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Wednesday, September 08, 2021

I was driving east on I-90 through Massachusetts, and I saw a concatenation of clouds that made me think "This is what the recently departed Ed Asner would have looked like if they'd designed a Muppet to use his voice. I snapped several photos (the terrain wasn't as easy looking as in the illustration) and none of them did it justice before it drifted apart into its constituents, so I am printing the legend. Just before heading off to bedtime, I turned the light back on and drew this on the back of a card I'd drawn on the front of, and just now I've photographed it (with my laptop's built-in) and Photoshopped it to a state of seemliness.

And that, I believe, is how he'd look, all right. Well done, brain, Well done, fingers. Well done, art tools. Let's all go have lunch, that eat lunches.



Thursday, August 12, 2021

Early Adopter

Among green leaves, one is completely red.

 Author photo.



 Thanks for our neighbors 

Who cultivated milkweed 

That brought us Monarchs.


Recent photo by the author does not depict our yard, but someone else's in the neighborhood.


Saturday, July 10, 2021


Farewell, Master; Master, meow.
No more flies I'll chase for sport
Nor do mousing in thy housing
Nor flee thy dogs who snap and snort!
Ban, Ban, Pa-
Pangur Ban
Has a new master!
The Monk's his new man!

Wednesday, July 07, 2021

Andouille for breakfast

 I used up the Andouille sausage this morning, and I declare success. I've been seeing what I could do with it, along with potato, egg, onion, cheese, plus oil and such. Some ingredients were already chopped up: The onion was chopped up and frozen in a jar in the fridge. The potato is the remaining half of one I cubed up yesterday (I've also tried this with grated potato.). I cut the sausage up into equally small pieces. I prefer small pieces, it seems, whether it's potato, onion, Andouille, or what have you.

I start with the onion, frying it up in a glass pan that will be used for everything. When it's acquired enough color, I add the Andouille, more oil, and the potato, and maybe season it a little with salt, pepper, and an exotic little thing I call "garlic salt," because that's what it says on the label. I let them get acquainted with one another until the potatoes have arrived at "the way I like 'em," much of the time with a lid on, then making sure to get things unstuck from the bottom when I stir. You know, the stuff everybody does.

When everything's just about perfect, I pour the egg over the top. I was expecting it to form a cushion under the perfectly arranged hash mound (shaped with a #3 confectioner's "fork"). Next time I'll know to lift it here and there to let more egg flow under it. Looks great, though, doesn't it? 

If this wasn't in Blur-O-Vision, you'd be able to make out the potato cubes, almost browned, and the carmelized onions among the eggs and sausage. It didn't look blurry on my phone screen, and there's no way to go back, but I think we can all agree that it was really smart to take a picture of it before I tried to put it deftly onto the plate where I'd already artistically arranged a healthy pinch of shredded cheese.

Another pinch went on top, and just like that, it was Breakfast, with a capital B, because it was a capital breakfast. As I say, this uses up my Andouille for now. What have I learned? I learned that I like it just fine. I learned there's 25g of fat in each link, so now I use half a link for a meal. I like it cut up, but not totally reground.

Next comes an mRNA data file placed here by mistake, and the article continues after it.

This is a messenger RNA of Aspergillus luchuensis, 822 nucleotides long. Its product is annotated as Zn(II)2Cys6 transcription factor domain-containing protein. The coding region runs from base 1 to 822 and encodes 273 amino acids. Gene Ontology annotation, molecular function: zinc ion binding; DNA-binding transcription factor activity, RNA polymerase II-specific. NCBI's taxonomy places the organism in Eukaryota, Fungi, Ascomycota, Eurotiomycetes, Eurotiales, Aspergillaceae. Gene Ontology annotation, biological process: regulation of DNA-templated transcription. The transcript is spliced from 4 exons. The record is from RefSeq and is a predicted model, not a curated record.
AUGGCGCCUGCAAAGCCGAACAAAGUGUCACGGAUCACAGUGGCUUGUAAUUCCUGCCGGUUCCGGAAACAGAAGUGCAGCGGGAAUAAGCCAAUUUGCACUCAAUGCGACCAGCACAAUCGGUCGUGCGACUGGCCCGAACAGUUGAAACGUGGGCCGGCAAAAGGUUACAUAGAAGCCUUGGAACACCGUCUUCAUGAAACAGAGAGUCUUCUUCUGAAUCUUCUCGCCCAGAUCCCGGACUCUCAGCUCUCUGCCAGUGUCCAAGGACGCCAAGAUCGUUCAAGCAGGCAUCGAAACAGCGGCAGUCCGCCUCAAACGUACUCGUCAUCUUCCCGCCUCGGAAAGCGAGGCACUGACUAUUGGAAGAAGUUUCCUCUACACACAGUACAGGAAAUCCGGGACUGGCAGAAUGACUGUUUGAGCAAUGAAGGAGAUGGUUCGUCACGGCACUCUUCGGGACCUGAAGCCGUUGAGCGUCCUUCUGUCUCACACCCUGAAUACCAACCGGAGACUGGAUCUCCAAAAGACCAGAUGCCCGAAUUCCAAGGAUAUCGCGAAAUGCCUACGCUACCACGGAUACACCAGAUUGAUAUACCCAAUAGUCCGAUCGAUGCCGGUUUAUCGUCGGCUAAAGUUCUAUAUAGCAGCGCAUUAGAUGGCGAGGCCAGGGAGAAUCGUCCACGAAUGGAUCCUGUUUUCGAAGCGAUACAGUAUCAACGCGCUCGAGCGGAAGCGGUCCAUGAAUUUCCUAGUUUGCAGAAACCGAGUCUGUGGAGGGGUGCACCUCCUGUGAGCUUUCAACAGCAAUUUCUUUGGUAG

Next week: Chorizo!


Thursday, June 17, 2021

Calendric Concerns

The paper calendar I've used since the 90s is elegant: a spiral ring across three pages that hang down. Week day, date, month. It's self-standing, and each piece of paper in it is a sample of a different elegant, subdued stock from the manufacturer.

What makes it work so well for me isn't just the simple reminder (which I often forget to update) of the exact monthdateday is that its cyclical nature and paper construction have made it ideal for cyclical reminders. First it was sticky notes on the day, so I'd remember trash, class, or the Irish jam. It has expanded to small pencil notes in the month page to remind me of family birthdays and anniversaries in that month. If I had something on the Ides of each month, I could indicate that on the date pages.

This calendar is described in the article. It's like a long spiral with three looseleaf pages side by side to show day of week, date, and month.

From the side, it's like a triangle, but the bottom side is two sides, tented for stability. Each sheet bears the name by which it can be ordered. Copyright 1994 by the International Paper Company, so I've been using it for twenty-five to thirty years.

All this points me to an ideal calendar, which would be very much like this one, only the pages would be designed to accomodate the items associated with each, and maybe allow one big one in red for whatever's really important to you.

And there should be a fourth leaf, position to be determined, with a nice picture or whatever in it. For logistical reasons, you don't want much more than twelve of those. Something to figure out later. I'd like it to hang on a wall, and have arbitrarily chosen a clipboard as the model for how that would work. There could be designs on the backs that work together in random ways, so the part that is above the hanging daydatemonth letternumbers would be pretty and mutable. Or that can be the part where you write your stuffs, and the calendar info can be more decorative.